You are here: Home Government ... Medicaid: How To ... Create A Medicaid Trust
Information about all aspects of finances affected by a serious health condition. Includes income sources such as work, investments, and private and government disability programs, and expenses such as medical bills, and how to deal with financial problems.
Information about all aspects of health care from choosing a doctor and treatment, staying safe in a hospital, to end of life care. Includes how to obtain, choose and maximize health insurance policies.
Answers to your practical questions such as how to travel safely despite your health condition, how to avoid getting infected by a pet, and what to say or not say to an insurance company.

Medicaid: How To Plan Ahead For Long Term Care Coverage

Create A Medicaid Trust

Next » « Previous


Many people are concerned that nursing home costs could impoverish them before qualifying for Medicaid, leaving them with nothing to pass on to the next generation.

There is an instrument called a "Medicaid Trust" or sometimes called a "Special Needs Trust" that people use with the goal of protecting assets for heirs while still qualifying for Medicaid to pay nursing home bills.

If your estate is of such a size that this is a real concern for you, consult a reputable attorney about these trusts. Investigate your options thoroughly. There have been some bad apples who have created trusts for people that don't work as Medicaid Trusts.

Consider the following points when exploring these trusts:

  • Medicaid trusts have been ruled ineffective at protecting assets from Medicaid by the courts in some jurisdictions.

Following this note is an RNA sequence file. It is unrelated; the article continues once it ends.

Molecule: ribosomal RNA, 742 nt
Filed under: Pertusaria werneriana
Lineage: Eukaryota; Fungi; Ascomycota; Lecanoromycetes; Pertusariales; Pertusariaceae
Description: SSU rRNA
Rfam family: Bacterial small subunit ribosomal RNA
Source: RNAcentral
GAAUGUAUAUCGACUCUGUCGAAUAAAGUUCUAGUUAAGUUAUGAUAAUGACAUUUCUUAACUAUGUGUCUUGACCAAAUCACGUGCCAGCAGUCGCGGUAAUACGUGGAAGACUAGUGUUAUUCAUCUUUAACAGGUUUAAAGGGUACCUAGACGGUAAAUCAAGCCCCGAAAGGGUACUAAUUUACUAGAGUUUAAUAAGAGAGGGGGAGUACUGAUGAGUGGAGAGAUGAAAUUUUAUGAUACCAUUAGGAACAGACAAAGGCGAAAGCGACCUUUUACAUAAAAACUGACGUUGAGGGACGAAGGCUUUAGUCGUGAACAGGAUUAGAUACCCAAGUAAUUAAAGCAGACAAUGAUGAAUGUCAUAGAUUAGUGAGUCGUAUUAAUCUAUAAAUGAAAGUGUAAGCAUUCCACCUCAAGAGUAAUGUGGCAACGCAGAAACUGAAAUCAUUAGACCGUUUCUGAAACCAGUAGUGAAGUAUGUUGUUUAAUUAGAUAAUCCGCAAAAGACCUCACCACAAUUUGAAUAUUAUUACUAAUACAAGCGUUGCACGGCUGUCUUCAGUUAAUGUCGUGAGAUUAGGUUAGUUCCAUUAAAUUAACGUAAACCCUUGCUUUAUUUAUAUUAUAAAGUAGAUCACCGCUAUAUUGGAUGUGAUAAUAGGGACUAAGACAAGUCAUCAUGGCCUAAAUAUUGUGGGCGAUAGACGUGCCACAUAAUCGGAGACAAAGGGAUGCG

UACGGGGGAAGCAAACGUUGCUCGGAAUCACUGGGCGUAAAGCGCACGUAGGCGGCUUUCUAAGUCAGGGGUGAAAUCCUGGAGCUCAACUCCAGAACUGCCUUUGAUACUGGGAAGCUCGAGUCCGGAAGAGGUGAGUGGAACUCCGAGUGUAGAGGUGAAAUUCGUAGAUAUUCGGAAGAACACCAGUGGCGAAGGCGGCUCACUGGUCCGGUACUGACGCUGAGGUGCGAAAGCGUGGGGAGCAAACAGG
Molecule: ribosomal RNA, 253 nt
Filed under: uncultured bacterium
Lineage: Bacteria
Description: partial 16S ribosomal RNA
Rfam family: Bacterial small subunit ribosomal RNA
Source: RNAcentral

• To be effective, the principal (the assets you put into the trust) must be permanently separated from the grantor (you, the person putting the money into the trust.) There is no real transfer for Medicaid purposes if ownership can be reestablished.
  • While the person who sets up the trust has use of the income from the trust, Medicaid has the right to require that the income be used to satisfy medical bills before Medicaid pays for remaining bills, which effectively erases all income from all but the largest trusts.
  • The look-back period for the transfer of assets into a trust is five years (60 months). See Medicaid and Long Term Care.

Certain trusts are not counted as being available to the individual. They are:

  • Trusts established by a parent, grandparent, guardian, or court for the benefit of an individual who is disabled and under the age of 65, using the individual's own funds.
  • Trusts established by a disabled individual, parent, grandparent, guardian, or court for the disabled individual, using the individual's own funds, where the trust is made up of pooled funds and managed by a non-profit organization for the sole benefit of each individual included in the trust.
  • Trusts composed only of pension, Social Security, and other income of the individual, in States which make individuals eligible for institutional care under a special income level, but do not cover institutional care for the medically needy.
  • In all of the above instances, the trust must provide that the State receives any funds, up to the amount of Medicaid benefits paid on behalf of the individual, remaining in the trust when the individual dies.
  • A trust will not be counted as available to the individual where the State determines that counting the trust would work an undue hardship.

Please share how this information is useful to you. 0 Comments


Post a Comment Have something to add to this topic? Contact Us.

Characters remaining:

  • Allowed markup: <a> <i> <b> <em> <u> <s> <strong> <code> <pre> <p>
    All other tags will be stripped.